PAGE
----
Okay, I was now very determined to find some serious Christmas action, so I pulled out the big guns, driving over to Webster Groves. This college town has Money — if they didn’t have a load of lights, no one would.

Lights I found, but they were subdued: mainly some white lights around the eaves, a few around the bushes by the front door. Elegant little expensive wreathes with big red bows covered the doors and everything was tasteful and restrained on the big white houses with the Mercedes and Audi cars out front.

The little kid in me doesn’t like tasteful and restrained. I want gaudy and blinking and mismatched and yes, even cheesy cardboard cutouts in the yard. This is what I grew up with, where we would have a tradition every year of going for a ride to look at the lights and then come home to have cocoa and pretty decorated sugar cookies.

Where are the young and young at heart?

A very big financial corporation with offices in St. Louis sent out a company memo to its employees. ‘Great news’, it read. ‘This year was the best ever for the company!’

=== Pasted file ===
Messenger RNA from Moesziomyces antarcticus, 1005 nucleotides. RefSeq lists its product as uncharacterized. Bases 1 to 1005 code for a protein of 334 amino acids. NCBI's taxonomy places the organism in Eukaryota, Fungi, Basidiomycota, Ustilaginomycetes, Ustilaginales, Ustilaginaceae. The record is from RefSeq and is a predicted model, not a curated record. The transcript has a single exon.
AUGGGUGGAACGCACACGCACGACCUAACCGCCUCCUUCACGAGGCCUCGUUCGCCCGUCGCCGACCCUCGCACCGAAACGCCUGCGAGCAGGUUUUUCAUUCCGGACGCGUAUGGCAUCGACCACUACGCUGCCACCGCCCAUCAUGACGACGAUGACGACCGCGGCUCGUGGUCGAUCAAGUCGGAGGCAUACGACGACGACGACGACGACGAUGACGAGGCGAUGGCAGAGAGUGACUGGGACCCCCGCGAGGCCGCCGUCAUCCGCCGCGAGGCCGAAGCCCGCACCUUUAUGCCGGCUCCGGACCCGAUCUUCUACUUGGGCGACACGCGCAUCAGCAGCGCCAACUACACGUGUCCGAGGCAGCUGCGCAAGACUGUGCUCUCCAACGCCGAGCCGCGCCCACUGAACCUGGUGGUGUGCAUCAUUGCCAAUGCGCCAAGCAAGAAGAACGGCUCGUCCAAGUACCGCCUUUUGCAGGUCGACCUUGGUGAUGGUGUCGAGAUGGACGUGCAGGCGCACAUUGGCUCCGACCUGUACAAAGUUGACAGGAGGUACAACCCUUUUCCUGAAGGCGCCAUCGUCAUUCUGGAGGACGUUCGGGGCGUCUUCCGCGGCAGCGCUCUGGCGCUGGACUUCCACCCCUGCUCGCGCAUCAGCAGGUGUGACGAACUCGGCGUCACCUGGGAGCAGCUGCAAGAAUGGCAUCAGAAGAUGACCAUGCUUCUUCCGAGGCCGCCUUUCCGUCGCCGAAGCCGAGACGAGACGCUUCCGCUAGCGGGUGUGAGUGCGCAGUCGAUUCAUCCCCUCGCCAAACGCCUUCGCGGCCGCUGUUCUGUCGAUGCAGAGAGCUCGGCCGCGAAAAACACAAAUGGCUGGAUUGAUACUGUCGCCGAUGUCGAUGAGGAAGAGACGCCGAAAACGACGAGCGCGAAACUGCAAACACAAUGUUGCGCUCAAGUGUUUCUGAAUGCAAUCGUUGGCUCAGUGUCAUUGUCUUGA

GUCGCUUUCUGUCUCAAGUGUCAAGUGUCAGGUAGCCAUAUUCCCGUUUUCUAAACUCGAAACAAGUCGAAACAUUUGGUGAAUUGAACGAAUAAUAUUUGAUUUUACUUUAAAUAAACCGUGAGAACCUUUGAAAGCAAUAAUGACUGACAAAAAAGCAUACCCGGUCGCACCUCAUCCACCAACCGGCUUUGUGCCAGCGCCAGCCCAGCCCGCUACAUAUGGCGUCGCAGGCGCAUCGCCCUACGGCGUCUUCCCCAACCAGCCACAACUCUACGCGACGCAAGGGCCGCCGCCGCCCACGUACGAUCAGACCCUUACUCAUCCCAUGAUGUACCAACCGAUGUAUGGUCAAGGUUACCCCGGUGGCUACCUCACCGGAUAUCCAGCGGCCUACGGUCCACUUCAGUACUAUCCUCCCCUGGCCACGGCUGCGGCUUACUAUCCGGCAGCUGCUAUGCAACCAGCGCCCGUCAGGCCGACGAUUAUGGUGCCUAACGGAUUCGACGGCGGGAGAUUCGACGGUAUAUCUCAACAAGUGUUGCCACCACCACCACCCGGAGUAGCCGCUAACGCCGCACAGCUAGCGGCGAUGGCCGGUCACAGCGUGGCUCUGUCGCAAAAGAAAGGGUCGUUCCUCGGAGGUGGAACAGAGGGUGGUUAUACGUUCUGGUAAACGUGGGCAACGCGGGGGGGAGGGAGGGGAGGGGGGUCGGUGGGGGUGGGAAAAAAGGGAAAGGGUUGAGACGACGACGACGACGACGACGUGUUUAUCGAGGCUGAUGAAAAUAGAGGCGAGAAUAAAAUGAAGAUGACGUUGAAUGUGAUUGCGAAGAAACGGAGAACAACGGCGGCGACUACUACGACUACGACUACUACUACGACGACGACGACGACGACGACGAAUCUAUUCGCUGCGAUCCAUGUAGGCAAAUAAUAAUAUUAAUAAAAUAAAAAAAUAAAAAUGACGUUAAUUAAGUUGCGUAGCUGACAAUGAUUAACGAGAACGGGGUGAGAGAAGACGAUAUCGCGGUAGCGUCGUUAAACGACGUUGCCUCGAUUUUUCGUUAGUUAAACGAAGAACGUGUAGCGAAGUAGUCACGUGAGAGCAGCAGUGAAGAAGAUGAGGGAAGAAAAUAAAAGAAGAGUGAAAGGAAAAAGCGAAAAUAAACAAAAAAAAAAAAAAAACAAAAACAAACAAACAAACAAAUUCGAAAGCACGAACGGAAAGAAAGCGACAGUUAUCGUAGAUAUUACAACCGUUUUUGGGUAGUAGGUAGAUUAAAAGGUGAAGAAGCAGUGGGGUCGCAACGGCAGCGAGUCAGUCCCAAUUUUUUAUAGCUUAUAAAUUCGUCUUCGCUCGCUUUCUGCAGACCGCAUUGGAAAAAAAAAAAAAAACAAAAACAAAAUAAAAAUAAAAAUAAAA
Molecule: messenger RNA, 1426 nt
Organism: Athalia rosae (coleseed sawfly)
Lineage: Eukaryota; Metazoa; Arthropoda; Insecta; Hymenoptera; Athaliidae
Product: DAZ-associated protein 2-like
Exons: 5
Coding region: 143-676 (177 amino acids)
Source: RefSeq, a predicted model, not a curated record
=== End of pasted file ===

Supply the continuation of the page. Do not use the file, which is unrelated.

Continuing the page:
The company then gave the employees, those not impacted by the wholesale move of the company’s call center to India, a $50.00 gift certificate to local grocery stores, and a 2% raise for the year.

The Cost of Living increase nationally for 2003 was 3%.

I stopped by the drugstore on the way back home. Coming out, I put a dollar in the bell ringer’s bright red pail.

“I used to know a bell ringer that would get so cold, he’d hold the bell between his teeth”, he said.

I stopped, surprised, because the bell ringers normally only say Thank You and Merry Christmas.

“Yes,” he continued. “I can’t remember his name, but his face sure rings a bell.”

He then gave me a huge smile, winked, and said “Merry Christmas!”

I love the people of this country.

Merry Christmas, and see you when your journey meets up with mine, again, underneath the mistletoe.

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Semantics Specs

RDF Specifications Recommended

Recovered from the Wayback Machine.

W3C is pleased to announce the advancement of the Resource Description Framework (RDF) to Proposed Recommendation.

Relieved more like it as these long awaited specifications finally reach the “proposed recommended” state, one short step before becoming formal recommendations.

These documents (RDF/XML Syntax Specification, RDF Vocabulary Description Language 1.0RDF SemanticsRDF PrimerRDF Test Cases, and RDF: Concepts and Abstract Syntax) represent a great deal of time and effort on the part of the RDF working group members, who are to be congratulated in finishing this important milestone.